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Publication numberUS4270901 A
Publication typeGrant
Application numberUS 05/932,110
Publication dateJun 2, 1981
Filing dateAug 9, 1978
Priority dateAug 9, 1978
Publication number05932110, 932110, US 4270901 A, US 4270901A, US-A-4270901, US4270901 A, US4270901A
InventorsJohn E. Comparetto
Original AssigneeComparetto John E
Export CitationBiBTeX, EndNote, RefMan
External Links: USPTO, USPTO Assignment, Espacenet
Dental articulator
US 4270901 A
Abstract
A dental articulator which provides a three-dimensional solid cam temporomandibular joint model of a human jaw movement by carving an internal cavity into said three-dimensional solid cam model by a cutting stylis.
Images(1)
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Claims(6)
What is claimed is:
1. A dental articulator apparatus for forming a three-dimensional solid cam temporomandibular joint excursion model for reproducing human jaw movements within an internal solid cavity cam model, further comprising
means for making the three-dimensional solid cam model wherein human jaw movements are recorded, comprising
following means for following movements of the human jaw and duplicating movements of the human jaw with said internal cavity,
a mandibular frame member connected to the three-dimensional solid cam model and to the means for making the three-dimensional solid cam model for recording human jaw movement within said internal cavity solid cam model,
guide means mounted on a mandibular frame for directing means for making the three-dimensional solid cam for recording human jaw movements within said internal cavity solid cam model,
holding means for positioning a human jaw connected to the mandibular frame for permitting the means for making the three-dimensional solid cam model to record human jaw movements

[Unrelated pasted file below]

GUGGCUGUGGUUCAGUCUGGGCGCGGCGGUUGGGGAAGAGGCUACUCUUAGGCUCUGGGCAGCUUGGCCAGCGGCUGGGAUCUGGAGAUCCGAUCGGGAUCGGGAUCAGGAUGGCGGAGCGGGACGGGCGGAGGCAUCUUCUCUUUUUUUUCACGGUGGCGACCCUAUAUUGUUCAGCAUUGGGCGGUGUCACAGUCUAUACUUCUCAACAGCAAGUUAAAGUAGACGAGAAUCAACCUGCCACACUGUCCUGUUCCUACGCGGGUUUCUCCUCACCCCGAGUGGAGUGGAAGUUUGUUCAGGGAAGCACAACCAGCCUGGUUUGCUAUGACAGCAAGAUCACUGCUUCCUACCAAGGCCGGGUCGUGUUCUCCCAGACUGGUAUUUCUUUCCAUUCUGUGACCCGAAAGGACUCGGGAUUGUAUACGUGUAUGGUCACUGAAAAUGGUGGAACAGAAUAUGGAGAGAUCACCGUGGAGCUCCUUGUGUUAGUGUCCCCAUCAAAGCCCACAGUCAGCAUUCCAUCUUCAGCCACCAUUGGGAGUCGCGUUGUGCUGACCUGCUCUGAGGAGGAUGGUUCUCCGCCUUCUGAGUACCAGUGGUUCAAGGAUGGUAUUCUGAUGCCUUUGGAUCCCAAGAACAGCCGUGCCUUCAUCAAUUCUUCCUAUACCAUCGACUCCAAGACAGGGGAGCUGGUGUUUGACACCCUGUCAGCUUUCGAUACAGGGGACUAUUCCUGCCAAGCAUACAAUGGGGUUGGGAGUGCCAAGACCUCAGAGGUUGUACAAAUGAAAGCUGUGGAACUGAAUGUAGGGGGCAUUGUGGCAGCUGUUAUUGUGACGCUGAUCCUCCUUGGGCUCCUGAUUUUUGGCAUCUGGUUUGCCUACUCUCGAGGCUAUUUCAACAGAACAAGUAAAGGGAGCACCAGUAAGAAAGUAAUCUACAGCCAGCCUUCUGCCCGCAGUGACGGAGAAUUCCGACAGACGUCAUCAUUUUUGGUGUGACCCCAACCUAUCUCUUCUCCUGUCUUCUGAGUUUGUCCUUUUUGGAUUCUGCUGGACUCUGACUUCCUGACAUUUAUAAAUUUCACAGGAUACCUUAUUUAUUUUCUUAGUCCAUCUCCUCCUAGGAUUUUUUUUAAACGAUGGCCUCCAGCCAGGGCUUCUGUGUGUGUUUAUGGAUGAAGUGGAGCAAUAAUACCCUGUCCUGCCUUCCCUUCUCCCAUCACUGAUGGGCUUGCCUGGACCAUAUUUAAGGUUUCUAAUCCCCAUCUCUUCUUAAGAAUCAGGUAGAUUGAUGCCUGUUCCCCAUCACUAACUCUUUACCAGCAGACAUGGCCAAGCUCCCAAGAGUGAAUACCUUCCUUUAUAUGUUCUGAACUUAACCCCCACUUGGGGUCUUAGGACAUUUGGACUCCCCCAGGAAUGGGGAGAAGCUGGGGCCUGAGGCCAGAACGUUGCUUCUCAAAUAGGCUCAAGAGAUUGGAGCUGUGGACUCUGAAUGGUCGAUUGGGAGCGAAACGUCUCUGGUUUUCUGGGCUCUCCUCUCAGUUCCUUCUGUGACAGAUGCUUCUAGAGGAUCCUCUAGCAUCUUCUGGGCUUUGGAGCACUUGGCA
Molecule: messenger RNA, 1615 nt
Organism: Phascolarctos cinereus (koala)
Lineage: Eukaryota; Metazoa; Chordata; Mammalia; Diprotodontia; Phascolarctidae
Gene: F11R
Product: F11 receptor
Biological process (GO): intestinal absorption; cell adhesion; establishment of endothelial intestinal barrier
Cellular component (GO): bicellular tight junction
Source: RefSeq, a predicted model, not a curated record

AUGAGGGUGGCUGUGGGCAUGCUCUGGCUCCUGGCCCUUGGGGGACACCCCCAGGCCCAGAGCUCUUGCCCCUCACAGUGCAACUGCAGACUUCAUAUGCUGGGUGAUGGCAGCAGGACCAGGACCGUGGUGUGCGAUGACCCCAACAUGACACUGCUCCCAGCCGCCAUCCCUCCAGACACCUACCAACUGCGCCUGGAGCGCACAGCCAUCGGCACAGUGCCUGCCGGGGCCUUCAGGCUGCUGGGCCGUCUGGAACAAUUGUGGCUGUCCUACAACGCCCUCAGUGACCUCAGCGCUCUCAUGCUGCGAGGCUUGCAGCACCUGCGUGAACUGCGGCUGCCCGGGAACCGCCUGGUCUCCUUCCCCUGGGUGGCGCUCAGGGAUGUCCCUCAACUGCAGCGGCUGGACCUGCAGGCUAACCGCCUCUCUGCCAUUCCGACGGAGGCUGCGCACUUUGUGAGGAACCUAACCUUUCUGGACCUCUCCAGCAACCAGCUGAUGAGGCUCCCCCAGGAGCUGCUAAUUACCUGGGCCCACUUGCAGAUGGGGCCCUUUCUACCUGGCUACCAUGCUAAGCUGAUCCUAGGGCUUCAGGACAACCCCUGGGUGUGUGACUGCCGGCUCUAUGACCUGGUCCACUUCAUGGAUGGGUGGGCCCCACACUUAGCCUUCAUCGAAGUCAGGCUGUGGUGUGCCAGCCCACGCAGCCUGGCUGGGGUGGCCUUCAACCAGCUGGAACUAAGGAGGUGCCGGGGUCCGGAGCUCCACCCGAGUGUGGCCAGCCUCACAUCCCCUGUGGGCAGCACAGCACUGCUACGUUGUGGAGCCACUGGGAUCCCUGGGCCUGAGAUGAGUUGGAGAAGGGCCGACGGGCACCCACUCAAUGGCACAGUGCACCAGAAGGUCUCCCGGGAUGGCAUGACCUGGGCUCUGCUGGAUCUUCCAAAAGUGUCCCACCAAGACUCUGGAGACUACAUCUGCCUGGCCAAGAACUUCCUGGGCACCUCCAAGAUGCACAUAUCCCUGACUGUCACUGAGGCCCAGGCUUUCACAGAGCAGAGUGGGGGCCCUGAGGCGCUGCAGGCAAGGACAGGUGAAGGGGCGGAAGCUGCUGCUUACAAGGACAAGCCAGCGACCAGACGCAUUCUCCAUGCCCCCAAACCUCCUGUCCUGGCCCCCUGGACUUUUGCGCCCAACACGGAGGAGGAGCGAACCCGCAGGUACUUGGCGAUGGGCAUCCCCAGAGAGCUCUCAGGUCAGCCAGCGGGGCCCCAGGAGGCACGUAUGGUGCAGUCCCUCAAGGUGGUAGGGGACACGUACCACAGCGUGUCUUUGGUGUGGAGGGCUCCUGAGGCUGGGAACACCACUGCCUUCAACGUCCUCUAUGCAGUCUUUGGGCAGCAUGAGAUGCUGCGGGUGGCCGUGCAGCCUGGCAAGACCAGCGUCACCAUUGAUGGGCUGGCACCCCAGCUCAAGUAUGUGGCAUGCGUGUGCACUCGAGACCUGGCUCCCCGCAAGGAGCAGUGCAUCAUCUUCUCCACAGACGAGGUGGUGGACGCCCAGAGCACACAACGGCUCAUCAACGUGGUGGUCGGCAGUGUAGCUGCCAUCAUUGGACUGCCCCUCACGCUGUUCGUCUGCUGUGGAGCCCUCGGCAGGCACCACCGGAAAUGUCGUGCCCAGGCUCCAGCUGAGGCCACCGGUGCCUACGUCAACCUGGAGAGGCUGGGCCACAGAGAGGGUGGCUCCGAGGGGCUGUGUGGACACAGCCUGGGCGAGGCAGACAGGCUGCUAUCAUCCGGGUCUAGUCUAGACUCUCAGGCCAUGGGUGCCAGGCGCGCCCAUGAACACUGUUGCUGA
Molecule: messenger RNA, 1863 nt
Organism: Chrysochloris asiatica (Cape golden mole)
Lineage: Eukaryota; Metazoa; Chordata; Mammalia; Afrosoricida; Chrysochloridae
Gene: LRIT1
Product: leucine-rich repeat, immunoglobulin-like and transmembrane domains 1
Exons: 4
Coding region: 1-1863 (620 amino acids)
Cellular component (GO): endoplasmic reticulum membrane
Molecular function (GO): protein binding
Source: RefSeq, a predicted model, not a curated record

and forming means for forming a three-dimensional solid cam model external replica of human jaw movements within said internal cavity solid cam model.
2. The apparatus of claim 1 wherein the cutting stylus comprises a hot point, a blade, a burr, a laser, or a syringe needle whereby the stylus carves a replica of the movements of a human jaw within the three-dimensional solid cam model.
3. The apparatus of claim 1 wherein
the guide means comprises a spring tensioned arm for providing a smooth simulation of human jaw movements.
4. The apparatus of claim 1 wherein
holding means comprises frontal and occipital clamps.
5. The apparatus of claim 1 wherein
the three-dimensional solid cam model is made from materials such as styrofoam, balsam, or wax, or dental stone.
6. A method of making a block for simulating human jaw movement comprising the steps of forming and then using a three-dimensional solid cam model of temporomandibular joint movement inserting a cutting stylus in a block connecting the cutting stylus to a human jaw to move with movement of the human jaw, conducting the jaw through excursions and thereby comprising carving an internal cavity in the block with the cutting stylus; pouring a substance into the internal cavity; forming an external replica of the internal cavity.
Description
BACKGROUND OF THE INVENTION

The present invention is an accurate and precise method for duplicating the action of the temporomandibular joint (TMJ).

OBJECTS OF THE INVENTION

An object of the invention is to provide a three-dimensional solid cam temporomandibular joint excursion model for recording human jaw movements.